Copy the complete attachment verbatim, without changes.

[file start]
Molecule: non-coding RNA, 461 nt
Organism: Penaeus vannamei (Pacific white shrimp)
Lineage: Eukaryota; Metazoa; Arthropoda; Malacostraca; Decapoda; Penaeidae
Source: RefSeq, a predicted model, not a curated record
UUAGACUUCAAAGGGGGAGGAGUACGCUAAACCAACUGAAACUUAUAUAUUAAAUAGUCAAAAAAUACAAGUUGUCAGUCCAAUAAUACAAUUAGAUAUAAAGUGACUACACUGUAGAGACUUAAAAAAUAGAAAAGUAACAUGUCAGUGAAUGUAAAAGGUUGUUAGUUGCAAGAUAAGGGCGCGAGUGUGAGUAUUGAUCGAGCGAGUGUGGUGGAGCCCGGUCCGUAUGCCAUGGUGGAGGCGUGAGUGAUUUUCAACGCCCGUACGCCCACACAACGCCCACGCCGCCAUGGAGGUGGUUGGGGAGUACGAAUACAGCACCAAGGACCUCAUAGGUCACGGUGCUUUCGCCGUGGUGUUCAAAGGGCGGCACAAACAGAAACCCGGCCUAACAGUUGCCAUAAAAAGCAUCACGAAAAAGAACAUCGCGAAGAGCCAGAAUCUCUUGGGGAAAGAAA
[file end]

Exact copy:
Molecule: non-coding RNA, 461 nt
Organism: Penaeus vannamei (Pacific white shrimp)
Lineage: Eukaryota; Metazoa; Arthropoda; Malacostraca; Decapoda; Penaeidae
Source: RefSeq, a predicted model, not a curated record
UUAGACUUCAAAGGGGGAGGAGUACGCUAAACCAACUGAAACUUAUAUAUUAAAUAGUCAAAAAAUACAAGUUGUCAGUCCAAUAAUACAAUUAGAUAUAAAGUGACUACACUGUAGAGACUUAAAAAAUAGAAAAGUAACAUGUCAGUGAAUGUAAAAGGUUGUUAGUUGCAAGAUAAGGGCGCGAGUGUGAGUAUUGAUCGAGCGAGUGUGGUGGAGCCCGGUCCGUAUGCCAUGGUGGAGGCGUGAGUGAUUUUCAACGCCCGUACGCCCACACAACGCCCACGCCGCCAUGGAGGUGGUUGGGGAGUACGAAUACAGCACCAAGGACCUCAUAGGUCACGGUGCUUUCGCCGUGGUGUUCAAAGGGCGGCACAAACAGAAACCCGGCCUAACAGUUGCCAUAAAAAGCAUCACGAAAAAGAACAUCGCGAAGAGCCAGAAUCUCUUGGGGAAAGAAA